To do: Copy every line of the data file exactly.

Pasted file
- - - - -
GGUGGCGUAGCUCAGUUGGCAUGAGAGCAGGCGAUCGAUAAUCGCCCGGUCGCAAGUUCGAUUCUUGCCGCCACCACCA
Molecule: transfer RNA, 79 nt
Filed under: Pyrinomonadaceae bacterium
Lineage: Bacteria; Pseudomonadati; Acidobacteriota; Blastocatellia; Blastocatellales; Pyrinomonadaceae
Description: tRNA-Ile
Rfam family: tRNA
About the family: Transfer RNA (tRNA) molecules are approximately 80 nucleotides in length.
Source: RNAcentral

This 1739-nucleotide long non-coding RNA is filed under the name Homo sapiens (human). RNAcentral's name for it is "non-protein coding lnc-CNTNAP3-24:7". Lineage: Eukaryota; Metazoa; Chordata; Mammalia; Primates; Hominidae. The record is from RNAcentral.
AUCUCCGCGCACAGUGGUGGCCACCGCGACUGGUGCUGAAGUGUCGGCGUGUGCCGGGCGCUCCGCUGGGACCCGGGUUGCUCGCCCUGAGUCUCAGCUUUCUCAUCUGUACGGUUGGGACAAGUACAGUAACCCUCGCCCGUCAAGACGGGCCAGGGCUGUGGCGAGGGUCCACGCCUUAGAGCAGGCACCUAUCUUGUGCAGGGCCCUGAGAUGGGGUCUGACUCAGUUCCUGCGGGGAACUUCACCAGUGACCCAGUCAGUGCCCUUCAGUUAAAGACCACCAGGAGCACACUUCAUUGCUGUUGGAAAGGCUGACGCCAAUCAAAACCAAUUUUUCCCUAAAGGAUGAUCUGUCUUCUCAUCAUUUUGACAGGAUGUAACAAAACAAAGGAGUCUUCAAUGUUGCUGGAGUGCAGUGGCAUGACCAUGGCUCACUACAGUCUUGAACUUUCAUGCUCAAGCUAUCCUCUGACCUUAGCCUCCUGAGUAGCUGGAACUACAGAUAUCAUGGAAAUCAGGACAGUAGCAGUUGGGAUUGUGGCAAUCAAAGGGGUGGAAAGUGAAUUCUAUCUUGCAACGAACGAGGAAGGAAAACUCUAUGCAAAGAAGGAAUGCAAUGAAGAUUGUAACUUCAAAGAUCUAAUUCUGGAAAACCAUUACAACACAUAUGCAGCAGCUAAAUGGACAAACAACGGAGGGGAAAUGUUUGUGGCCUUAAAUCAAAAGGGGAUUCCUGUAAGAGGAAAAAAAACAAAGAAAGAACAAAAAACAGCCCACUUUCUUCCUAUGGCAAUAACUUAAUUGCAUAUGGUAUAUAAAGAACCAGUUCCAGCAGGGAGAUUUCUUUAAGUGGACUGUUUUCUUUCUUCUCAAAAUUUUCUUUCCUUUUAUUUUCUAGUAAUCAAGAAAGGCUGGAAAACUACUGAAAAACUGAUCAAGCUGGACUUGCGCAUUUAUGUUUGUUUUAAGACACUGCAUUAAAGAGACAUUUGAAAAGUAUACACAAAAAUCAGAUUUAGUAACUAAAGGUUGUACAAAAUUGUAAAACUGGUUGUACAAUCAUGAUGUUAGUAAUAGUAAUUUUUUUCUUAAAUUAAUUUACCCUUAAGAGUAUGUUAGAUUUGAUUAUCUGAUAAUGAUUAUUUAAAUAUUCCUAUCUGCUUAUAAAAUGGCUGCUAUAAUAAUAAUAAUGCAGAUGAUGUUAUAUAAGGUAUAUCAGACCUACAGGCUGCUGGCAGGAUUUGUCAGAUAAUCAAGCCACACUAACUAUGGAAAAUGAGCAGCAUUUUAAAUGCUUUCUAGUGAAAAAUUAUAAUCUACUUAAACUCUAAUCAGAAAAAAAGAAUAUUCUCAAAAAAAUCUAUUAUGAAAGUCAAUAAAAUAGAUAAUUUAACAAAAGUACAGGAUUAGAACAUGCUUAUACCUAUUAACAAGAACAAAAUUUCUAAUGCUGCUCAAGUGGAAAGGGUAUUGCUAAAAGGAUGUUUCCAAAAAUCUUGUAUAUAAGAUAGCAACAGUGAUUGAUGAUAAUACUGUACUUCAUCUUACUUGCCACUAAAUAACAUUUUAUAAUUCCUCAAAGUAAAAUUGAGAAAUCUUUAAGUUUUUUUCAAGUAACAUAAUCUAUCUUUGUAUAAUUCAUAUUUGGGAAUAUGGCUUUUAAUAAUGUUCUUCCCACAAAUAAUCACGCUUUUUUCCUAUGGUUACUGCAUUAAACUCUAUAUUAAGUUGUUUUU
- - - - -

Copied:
GGUGGCGUAGCUCAGUUGGCAUGAGAGCAGGCGAUCGAUAAUCGCCCGGUCGCAAGUUCGAUUCUUGCCGCCACCACCA
Molecule: transfer RNA, 79 nt
Filed under: Pyrinomonadaceae bacterium
Lineage: Bacteria; Pseudomonadati; Acidobacteriota; Blastocatellia; Blastocatellales; Pyrinomonadaceae
Description: tRNA-Ile
Rfam family: tRNA
About the family: Transfer RNA (tRNA) molecules are approximately 80 nucleotides in length.
Source: RNAcentral

This 1739-nucleotide long non-coding RNA is filed under the name Homo sapiens (human). RNAcentral's name for it is "non-protein coding lnc-CNTNAP3-24:7". Lineage: Eukaryota; Metazoa; Chordata; Mammalia; Primates; Hominidae. The record is from RNAcentral.
AUCUCCGCGCACAGUGGUGGCCACCGCGACUGGUGCUGAAGUGUCGGCGUGUGCCGGGCGCUCCGCUGGGACCCGGGUUGCUCGCCCUGAGUCUCAGCUUUCUCAUCUGUACGGUUGGGACAAGUACAGUAACCCUCGCCCGUCAAGACGGGCCAGGGCUGUGGCGAGGGUCCACGCCUUAGAGCAGGCACCUAUCUUGUGCAGGGCCCUGAGAUGGGGUCUGACUCAGUUCCUGCGGGGAACUUCACCAGUGACCCAGUCAGUGCCCUUCAGUUAAAGACCACCAGGAGCACACUUCAUUGCUGUUGGAAAGGCUGACGCCAAUCAAAACCAAUUUUUCCCUAAAGGAUGAUCUGUCUUCUCAUCAUUUUGACAGGAUGUAACAAAACAAAGGAGUCUUCAAUGUUGCUGGAGUGCAGUGGCAUGACCAUGGCUCACUACAGUCUUGAACUUUCAUGCUCAAGCUAUCCUCUGACCUUAGCCUCCUGAGUAGCUGGAACUACAGAUAUCAUGGAAAUCAGGACAGUAGCAGUUGGGAUUGUGGCAAUCAAAGGGGUGGAAAGUGAAUUCUAUCUUGCAACGAACGAGGAAGGAAAACUCUAUGCAAAGAAGGAAUGCAAUGAAGAUUGUAACUUCAAAGAUCUAAUUCUGGAAAACCAUUACAACACAUAUGCAGCAGCUAAAUGGACAAACAACGGAGGGGAAAUGUUUGUGGCCUUAAAUCAAAAGGGGAUUCCUGUAAGAGGAAAAAAAACAAAGAAAGAACAAAAAACAGCCCACUUUCUUCCUAUGGCAAUAACUUAAUUGCAUAUGGUAUAUAAAGAACCAGUUCCAGCAGGGAGAUUUCUUUAAGUGGACUGUUUUCUUUCUUCUCAAAAUUUUCUUUCCUUUUAUUUUCUAGUAAUCAAGAAAGGCUGGAAAACUACUGAAAAACUGAUCAAGCUGGACUUGCGCAUUUAUGUUUGUUUUAAGACACUGCAUUAAAGAGACAUUUGAAAAGUAUACACAAAAAUCAGAUUUAGUAACUAAAGGUUGUACAAAAUUGUAAAACUGGUUGUACAAUCAUGAUGUUAGUAAUAGUAAUUUUUUUCUUAAAUUAAUUUACCCUUAAGAGUAUGUUAGAUUUGAUUAUCUGAUAAUGAUUAUUUAAAUAUUCCUAUCUGCUUAUAAAAUGGCUGCUAUAAUAAUAAUAAUGCAGAUGAUGUUAUAUAAGGUAUAUCAGACCUACAGGCUGCUGGCAGGAUUUGUCAGAUAAUCAAGCCACACUAACUAUGGAAAAUGAGCAGCAUUUUAAAUGCUUUCUAGUGAAAAAUUAUAAUCUACUUAAACUCUAAUCAGAAAAAAAGAAUAUUCUCAAAAAAAUCUAUUAUGAAAGUCAAUAAAAUAGAUAAUUUAACAAAAGUACAGGAUUAGAACAUGCUUAUACCUAUUAACAAGAACAAAAUUUCUAAUGCUGCUCAAGUGGAAAGGGUAUUGCUAAAAGGAUGUUUCCAAAAAUCUUGUAUAUAAGAUAGCAACAGUGAUUGAUGAUAAUACUGUACUUCAUCUUACUUGCCACUAAAUAACAUUUUAUAAUUCCUCAAAGUAAAAUUGAGAAAUCUUUAAGUUUUUUUCAAGUAACAUAAUCUAUCUUUGUAUAAUUCAUAUUUGGGAAUAUGGCUUUUAAUAAUGUUCUUCCCACAAAUAAUCACGCUUUUUUCCUAUGGUUACUGCAUUAAACUCUAUAUUAAGUUGUUUUU